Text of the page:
export SOCEDS_DEST_ROOT="/home/YOUR_USER/intelFPGA/18.0/embedded/"
export QUARTUS_ROOTDIR="/home/YOUR_USER/intelFPGA_lite/18.0/quartus"

Note that we need to export an environment variable with the path of the SoC EDS software and Quartus, so that's why need set the export. Check where you have been installed both tools used in the tutorial (SoC EDS and Quartus). Some tools as mkpimage need to be called sometimes, thus find this tools in the intelFGPA folder that you've been installed with find command (find intelFPGA -name "mkpimage") and create the symbolic link in the /usr/bin. The cross compile toolchain used to compile the SPL is the arm-altera-eabi so you need also to create the links as I've done in the image below:
With the SPL generated, copy it to the following folder:

cp preloader-mkpimage.bin ../../sd/a2/

Generating device tree

Now it's time to generate the device tree file, which is a data structure that defines the hardware inside of a system, this data is independent from the bootloader and kernel levels. It composes all the information about peripherals such as drivers, interrupts and clocks that are needed to execute the hardware by the kernel level. With this file, the same Linux image can be used with a different set of hardware devices communicating by different protocols. All the configuration of the hardware is loadup by runtime when the Linux kernel reads the device tree and boots. Two different files are used in this step, a device tree source (.dts), that's the device tree in human-readable format and the device tree binary (.dtb) that's the compiled version which Linux uses to load. As soon as the kernel is loaded, it brings the device tree, parse it and select which drivers to load/mount to be available to communicate with the hardware set.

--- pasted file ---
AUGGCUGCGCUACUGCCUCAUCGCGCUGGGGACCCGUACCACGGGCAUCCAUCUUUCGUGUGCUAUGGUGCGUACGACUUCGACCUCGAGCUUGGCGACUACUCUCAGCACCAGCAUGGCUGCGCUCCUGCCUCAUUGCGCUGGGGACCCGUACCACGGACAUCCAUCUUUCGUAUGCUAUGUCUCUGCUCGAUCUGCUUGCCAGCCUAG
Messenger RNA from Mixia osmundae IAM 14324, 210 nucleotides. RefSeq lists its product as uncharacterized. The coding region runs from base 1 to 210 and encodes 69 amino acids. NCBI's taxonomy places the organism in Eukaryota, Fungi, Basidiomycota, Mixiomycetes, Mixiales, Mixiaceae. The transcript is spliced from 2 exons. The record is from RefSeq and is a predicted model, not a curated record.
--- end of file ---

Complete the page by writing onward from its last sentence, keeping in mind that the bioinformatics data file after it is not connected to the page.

To generate the device tree we need to get some files from the Quartus project where the Qsys/Platform Design has been generated to us. In this link you have all the complete information about which is each file, so if you don't want to know exactly just go ahead with:

 cd ~/ex_codesign/hw/ghrd_project/DE10_NANO_SoC_GHRD/
 sopc2dts --input soc_system.sopcinfo --output soc_system.dts --type dts --board soc_system_board_info.xml  --board hps_common_board_info.xml --bridge-removal all --clocks

As in the previous section if you do not have this program sopc2dts, try to find it in the SoC EDS tool like me:

After generate the .dts you'll need to convert it to .dtb format compiling it. The below command must do it:

sudo apt-get install device-tree-compiler -y #Install the compiler
dtc -I dts -O dtb -o soc_system.dtb soc_system.dts

Do not borrow with the warnings, reading back the log it seems that they appear for peripherals that aren't common for the Linux kernel such as PLL (Phase-Locked Loop).
Now copy it to our folder structure:

cp soc_system.dtb ../../../sd/fat32/

Generating bootloader

When you change the peripherals of your hardware you must to regenerate the preloader and maybe the device tree too. The unique files that you'll maintain are the bootloader image and bootloader script that in our case will be the das u-boot.